Giving Uncooperative Kittens a Bath

Cats are clean animals, but they are not fans of water, preferring to use their own saliva to clean up. Giving kittens a bath can be a challenging task and uncooperative behavior is common, being triggered by the kitten's fear. The first baths are essential in determining the future bath behavior of kittens.

Prepare the Kitten Bath

Prepare the bathing place: choose a room that is quiet and warm. You will also need:

  • a baby shampoo; regular cat shampoo won't do-kittens have sensitive skin and may get easily irritated
  • a few towels
  • a small mat
  • a cup
  • a hair dryer

Move the Kitten into the Bath

Kittens are afraid of new situations and a slippery sink or the running water will make them hostile.

Put a towel or a mat in the sink or bathtub and move your kitten on it. You will notice that the kitten will try to get a grip on any object just to avoid entering the sink, so try to relax your kitten; rub his neck or tummy.

Take one paw at a time and gently move the cat into the sink. Alternatively, try grabbing the kitten by the scruff, which is how the mother would move the kitten, and this should loosen up your pet.

Don't fill the sink or bathtub with water.

Shampooing Your Kitten

Pour a bit of lukewarm water along with a bit of shampoo on a towel. The shampoo may be diluted, so that the rinsing process is easier. Wrap the towel around your kitten, leaving out his head. Rub the kitten and make sure your kitten is comfortable, use reassuring words in a calm tone.

Rinsing with Lukewarm Water

Turn on the water, but ensure it's not a stress factor for your kitten. The water should be lukewarm and moderate in pressure. If you notice that the kitten is disturbed by the running water, prepare a wet towel in advance.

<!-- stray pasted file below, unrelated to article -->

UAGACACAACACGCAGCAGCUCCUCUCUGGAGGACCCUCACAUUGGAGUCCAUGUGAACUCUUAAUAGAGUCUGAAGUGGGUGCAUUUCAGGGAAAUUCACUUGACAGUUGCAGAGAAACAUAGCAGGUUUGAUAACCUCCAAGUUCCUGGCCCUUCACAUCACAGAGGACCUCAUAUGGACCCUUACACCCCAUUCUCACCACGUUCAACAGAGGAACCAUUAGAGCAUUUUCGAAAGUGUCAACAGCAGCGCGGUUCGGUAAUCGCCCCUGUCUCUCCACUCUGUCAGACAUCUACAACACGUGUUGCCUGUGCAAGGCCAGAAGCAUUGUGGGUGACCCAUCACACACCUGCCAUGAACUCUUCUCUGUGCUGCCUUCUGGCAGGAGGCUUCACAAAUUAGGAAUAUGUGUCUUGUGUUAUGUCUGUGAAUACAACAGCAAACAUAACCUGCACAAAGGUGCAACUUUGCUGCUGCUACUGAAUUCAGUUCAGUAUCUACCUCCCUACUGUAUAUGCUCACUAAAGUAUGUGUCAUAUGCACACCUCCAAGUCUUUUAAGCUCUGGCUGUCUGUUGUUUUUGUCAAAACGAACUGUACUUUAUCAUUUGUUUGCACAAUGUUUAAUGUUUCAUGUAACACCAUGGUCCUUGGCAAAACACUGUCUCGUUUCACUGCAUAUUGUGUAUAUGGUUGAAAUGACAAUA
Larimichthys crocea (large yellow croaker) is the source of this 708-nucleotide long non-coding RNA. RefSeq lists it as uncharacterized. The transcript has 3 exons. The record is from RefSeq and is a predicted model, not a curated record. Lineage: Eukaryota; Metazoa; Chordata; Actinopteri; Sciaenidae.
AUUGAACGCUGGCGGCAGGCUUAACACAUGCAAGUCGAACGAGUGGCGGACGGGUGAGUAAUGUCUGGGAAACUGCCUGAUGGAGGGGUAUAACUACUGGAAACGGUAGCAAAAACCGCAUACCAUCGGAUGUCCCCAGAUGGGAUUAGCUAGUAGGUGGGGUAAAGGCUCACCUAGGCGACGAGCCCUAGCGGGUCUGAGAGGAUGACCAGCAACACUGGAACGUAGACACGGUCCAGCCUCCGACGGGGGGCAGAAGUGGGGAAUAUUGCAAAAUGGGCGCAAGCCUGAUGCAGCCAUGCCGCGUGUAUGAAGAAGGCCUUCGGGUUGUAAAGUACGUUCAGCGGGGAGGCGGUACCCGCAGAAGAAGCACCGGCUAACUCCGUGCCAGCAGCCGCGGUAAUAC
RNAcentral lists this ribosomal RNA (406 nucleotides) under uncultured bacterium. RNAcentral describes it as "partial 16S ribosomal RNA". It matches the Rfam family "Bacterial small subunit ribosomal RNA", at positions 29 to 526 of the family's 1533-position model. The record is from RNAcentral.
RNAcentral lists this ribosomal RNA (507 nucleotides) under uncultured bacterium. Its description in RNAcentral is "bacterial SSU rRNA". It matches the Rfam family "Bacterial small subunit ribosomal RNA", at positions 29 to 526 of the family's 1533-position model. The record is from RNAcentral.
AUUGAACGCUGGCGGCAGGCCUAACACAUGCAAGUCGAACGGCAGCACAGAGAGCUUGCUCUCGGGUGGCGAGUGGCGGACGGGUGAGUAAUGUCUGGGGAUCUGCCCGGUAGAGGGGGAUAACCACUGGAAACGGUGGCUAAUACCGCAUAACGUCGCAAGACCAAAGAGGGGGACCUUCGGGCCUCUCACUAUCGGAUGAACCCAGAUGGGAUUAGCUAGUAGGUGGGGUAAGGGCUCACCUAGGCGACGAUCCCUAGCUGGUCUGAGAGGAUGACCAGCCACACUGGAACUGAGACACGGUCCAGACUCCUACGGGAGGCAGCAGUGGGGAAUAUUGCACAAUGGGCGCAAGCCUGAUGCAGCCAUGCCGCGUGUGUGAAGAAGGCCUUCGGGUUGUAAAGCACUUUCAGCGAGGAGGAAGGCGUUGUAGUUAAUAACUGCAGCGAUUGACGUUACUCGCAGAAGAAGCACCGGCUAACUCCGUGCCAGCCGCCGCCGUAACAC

Gently rub the kitten with the wet towel: start with the face and move towards the neck and body, ending with the tummy area. Avoid the ears and the eyes.

Try to remove every trace of shampoo by pouring small cups of lukewarm water on the kitten's back. The kitten will be struggling to get out, so while pouring, control the kitten by holding down his lower part. Meanwhile reassure the kitten with calm words.

Massage Your Kitten While Drying Him

Get a dry towel and massage your kitten with slow moves. The massage should be a pleasurable experience for the kitten and you might squeeze in some cuddles and treats to add extra comfort. Associating the bath with pleasant things will help the cat be more at ease with taking baths.

To dry the kitten you can use a blow dryer, but if the noise makes the kitten nervous, you might opt to put the kitten in a warm place and let him dry that way.

The first bath is the hardest. Remember to keep your calm during the process, even if you are not an expert in giving kittens a bath. Be playful. If you lose your temper, the cat will sense that and will get uneasy.

Keep in mind that a kitten is allowed a maximum number of two baths per week.